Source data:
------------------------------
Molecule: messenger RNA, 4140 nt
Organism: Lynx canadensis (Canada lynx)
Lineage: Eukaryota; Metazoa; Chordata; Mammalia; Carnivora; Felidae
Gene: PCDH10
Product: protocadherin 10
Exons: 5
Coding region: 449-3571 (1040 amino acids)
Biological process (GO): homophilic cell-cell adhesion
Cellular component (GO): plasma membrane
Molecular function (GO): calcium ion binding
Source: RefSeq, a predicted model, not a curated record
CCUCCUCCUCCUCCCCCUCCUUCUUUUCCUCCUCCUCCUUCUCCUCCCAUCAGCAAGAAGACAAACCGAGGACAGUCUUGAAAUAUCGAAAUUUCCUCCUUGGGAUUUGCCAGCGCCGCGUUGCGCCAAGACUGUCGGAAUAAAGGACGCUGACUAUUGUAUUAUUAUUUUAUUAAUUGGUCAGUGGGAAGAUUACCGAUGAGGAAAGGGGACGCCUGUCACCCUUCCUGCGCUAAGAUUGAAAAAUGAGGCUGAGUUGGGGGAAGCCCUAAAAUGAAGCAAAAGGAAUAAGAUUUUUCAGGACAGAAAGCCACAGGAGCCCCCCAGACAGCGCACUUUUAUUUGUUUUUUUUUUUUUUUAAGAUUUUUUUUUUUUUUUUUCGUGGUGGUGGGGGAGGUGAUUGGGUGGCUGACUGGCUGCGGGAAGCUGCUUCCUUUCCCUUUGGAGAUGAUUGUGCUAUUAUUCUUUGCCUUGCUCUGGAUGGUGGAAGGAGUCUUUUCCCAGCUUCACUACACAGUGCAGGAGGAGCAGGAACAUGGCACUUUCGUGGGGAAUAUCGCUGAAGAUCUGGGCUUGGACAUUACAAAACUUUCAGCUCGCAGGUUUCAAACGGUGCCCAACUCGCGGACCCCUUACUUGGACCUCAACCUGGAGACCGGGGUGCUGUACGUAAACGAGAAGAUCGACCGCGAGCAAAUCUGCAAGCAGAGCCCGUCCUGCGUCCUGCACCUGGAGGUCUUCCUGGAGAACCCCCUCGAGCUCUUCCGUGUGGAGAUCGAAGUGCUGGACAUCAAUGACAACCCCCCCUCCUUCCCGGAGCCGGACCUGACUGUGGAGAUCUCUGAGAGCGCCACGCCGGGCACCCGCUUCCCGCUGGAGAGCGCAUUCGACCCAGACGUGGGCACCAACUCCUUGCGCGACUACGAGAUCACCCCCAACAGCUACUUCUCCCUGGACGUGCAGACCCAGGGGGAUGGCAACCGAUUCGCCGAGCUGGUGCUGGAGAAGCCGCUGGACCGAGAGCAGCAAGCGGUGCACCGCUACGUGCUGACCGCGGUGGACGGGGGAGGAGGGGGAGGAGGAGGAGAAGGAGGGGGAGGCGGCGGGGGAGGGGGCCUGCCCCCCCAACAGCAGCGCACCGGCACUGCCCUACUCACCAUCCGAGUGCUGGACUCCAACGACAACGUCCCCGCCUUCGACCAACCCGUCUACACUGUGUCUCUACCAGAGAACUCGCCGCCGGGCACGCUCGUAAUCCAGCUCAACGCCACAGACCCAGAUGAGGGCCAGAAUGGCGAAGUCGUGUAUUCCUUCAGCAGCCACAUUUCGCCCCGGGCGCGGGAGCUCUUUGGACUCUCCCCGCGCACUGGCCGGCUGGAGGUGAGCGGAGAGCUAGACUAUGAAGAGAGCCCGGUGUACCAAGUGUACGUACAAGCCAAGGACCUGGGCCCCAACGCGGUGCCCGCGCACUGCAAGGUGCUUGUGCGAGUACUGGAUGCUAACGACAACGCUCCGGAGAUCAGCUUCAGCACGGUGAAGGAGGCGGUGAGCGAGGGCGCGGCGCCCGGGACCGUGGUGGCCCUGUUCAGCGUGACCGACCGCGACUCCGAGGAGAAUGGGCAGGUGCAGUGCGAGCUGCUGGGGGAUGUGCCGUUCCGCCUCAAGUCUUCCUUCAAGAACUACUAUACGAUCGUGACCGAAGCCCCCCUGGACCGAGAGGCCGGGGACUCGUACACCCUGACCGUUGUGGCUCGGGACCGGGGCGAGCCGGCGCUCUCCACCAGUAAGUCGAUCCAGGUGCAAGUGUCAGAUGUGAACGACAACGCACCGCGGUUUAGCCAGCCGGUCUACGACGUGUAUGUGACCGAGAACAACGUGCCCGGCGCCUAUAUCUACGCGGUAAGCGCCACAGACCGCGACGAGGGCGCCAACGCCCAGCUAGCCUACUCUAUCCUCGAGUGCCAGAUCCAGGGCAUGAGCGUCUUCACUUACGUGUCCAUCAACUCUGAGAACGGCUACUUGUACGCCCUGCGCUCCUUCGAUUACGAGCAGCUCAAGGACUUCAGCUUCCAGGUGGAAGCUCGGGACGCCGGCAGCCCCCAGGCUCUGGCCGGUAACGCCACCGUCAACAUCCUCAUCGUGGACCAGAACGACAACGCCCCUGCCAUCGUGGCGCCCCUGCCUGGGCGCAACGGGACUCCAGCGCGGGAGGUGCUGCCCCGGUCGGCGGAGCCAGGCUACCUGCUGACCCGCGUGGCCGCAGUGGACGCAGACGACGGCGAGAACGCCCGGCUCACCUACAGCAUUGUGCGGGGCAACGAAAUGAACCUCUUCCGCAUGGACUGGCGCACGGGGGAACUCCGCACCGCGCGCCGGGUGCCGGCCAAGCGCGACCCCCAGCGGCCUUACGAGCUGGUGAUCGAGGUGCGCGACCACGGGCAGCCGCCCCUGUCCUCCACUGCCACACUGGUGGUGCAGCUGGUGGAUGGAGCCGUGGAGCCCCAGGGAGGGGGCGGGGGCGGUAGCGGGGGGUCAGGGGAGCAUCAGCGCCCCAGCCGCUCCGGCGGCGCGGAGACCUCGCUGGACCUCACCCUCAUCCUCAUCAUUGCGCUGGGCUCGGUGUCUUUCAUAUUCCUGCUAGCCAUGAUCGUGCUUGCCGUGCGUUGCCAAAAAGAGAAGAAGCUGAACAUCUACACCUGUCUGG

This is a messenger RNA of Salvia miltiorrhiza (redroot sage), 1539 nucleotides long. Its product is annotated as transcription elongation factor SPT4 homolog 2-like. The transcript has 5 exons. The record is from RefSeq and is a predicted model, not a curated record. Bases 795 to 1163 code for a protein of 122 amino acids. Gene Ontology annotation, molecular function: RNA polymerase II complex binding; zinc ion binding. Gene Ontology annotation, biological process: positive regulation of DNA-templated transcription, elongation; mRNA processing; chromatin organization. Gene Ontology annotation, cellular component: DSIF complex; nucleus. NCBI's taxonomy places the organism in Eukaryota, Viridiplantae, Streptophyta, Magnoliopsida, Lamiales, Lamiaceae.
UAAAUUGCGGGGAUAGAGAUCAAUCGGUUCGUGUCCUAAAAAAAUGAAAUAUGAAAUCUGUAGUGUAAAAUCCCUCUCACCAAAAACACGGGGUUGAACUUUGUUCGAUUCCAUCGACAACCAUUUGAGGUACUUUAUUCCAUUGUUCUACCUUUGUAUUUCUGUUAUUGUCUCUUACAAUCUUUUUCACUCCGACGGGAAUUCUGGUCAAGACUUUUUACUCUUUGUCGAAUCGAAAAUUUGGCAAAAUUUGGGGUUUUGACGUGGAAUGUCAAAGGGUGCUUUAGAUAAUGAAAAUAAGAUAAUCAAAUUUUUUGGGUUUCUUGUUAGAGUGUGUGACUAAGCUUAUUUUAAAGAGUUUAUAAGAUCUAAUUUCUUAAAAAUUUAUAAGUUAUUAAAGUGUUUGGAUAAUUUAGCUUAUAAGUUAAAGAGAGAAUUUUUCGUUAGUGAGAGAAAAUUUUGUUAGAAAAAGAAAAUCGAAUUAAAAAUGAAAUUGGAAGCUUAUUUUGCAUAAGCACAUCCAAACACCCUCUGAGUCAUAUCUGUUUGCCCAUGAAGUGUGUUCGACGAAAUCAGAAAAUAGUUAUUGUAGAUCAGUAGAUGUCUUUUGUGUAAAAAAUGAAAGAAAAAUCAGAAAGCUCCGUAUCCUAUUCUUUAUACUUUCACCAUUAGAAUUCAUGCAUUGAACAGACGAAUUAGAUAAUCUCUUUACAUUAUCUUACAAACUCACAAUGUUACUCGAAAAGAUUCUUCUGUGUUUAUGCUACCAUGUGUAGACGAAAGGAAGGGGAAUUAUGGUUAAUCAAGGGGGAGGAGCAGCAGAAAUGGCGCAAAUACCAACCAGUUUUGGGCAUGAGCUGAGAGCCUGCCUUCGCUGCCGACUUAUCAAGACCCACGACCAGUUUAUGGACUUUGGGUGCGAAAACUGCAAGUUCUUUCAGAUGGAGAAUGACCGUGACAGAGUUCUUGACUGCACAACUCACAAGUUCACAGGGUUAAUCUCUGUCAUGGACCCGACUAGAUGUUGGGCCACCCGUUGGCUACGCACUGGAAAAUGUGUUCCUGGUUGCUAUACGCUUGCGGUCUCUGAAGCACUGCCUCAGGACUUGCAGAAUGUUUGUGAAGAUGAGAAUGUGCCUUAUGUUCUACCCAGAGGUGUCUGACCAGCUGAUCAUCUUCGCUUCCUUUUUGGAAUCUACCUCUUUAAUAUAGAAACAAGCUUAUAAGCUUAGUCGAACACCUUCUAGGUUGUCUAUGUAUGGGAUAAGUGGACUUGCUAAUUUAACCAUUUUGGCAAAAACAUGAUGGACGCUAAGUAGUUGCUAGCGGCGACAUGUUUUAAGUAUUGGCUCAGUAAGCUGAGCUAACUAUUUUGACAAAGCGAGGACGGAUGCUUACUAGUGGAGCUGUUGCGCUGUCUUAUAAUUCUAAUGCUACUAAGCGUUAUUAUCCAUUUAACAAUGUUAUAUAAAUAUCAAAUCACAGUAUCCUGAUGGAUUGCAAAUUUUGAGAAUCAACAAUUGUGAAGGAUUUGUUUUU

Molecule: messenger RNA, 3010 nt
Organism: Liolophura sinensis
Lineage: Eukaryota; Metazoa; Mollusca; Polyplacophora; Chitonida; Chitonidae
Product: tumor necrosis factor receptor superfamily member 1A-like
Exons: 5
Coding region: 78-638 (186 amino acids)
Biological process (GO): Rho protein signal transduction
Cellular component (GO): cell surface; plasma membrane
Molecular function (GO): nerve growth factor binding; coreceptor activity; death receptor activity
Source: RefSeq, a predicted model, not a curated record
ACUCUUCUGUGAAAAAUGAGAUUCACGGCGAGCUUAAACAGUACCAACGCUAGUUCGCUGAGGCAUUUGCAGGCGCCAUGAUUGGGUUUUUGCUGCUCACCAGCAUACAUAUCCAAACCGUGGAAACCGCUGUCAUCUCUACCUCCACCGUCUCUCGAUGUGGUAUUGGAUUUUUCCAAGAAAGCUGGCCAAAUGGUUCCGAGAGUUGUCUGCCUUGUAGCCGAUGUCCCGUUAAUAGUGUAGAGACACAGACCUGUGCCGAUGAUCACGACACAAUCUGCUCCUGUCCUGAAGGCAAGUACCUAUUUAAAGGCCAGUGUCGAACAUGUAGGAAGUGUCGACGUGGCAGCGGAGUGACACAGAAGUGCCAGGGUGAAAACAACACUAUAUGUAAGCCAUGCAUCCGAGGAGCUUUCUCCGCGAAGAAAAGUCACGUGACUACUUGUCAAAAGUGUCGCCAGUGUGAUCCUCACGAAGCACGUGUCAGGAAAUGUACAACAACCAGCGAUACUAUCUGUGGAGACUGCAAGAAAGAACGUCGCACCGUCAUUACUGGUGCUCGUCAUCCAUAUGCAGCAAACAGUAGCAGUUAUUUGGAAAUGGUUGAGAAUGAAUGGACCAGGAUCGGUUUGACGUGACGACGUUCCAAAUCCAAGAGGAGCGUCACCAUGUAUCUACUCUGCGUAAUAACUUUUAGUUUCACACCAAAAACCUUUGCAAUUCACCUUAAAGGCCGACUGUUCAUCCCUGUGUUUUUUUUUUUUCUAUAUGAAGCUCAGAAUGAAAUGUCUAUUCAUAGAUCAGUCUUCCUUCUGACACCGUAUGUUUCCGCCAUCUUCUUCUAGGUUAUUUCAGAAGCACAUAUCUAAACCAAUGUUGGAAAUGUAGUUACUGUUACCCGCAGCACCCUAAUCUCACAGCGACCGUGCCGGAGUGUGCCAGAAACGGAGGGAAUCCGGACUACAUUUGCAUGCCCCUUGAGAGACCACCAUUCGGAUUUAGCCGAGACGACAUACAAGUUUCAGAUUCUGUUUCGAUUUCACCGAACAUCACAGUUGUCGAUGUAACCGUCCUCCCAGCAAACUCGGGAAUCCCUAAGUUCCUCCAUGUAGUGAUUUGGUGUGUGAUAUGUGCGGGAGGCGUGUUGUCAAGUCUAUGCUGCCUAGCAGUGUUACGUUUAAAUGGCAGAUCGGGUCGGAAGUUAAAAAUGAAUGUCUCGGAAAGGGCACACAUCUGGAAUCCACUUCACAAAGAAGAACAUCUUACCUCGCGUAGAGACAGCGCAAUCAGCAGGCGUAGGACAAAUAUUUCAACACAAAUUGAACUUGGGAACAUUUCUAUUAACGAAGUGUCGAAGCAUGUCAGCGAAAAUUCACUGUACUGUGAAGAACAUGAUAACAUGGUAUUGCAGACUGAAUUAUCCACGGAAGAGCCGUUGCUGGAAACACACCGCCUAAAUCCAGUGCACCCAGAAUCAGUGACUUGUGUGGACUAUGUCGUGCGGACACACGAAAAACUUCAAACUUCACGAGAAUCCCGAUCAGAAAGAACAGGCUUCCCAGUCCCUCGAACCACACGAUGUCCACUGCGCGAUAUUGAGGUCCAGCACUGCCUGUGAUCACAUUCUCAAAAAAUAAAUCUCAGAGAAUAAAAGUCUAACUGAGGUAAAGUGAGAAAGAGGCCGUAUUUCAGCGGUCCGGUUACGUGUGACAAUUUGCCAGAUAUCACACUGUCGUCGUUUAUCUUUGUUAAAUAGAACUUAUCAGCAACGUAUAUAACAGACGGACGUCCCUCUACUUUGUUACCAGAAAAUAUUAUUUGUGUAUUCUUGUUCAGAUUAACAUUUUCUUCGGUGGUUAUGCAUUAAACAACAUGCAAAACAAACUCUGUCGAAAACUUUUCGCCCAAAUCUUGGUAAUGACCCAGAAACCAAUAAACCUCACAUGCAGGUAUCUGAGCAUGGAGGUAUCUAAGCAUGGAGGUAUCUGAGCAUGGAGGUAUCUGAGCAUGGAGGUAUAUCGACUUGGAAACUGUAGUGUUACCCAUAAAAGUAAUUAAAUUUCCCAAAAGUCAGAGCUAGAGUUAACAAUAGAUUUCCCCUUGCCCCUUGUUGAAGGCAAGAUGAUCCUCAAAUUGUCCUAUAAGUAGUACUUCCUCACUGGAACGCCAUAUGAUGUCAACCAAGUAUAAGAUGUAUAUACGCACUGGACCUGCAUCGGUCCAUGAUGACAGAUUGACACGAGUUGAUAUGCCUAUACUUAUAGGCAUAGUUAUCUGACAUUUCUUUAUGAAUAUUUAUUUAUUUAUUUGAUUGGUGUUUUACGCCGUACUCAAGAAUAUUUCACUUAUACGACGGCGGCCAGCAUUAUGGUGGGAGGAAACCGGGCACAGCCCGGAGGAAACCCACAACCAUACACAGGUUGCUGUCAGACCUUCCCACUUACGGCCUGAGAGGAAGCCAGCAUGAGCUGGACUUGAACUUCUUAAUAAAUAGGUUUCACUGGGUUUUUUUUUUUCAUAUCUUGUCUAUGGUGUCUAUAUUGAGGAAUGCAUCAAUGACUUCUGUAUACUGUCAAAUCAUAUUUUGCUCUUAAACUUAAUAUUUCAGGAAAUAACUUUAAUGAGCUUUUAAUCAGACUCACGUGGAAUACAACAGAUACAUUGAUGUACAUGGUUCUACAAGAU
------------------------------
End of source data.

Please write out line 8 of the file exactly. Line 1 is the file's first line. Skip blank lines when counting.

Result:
Biological process (GO): homophilic cell-cell adhesion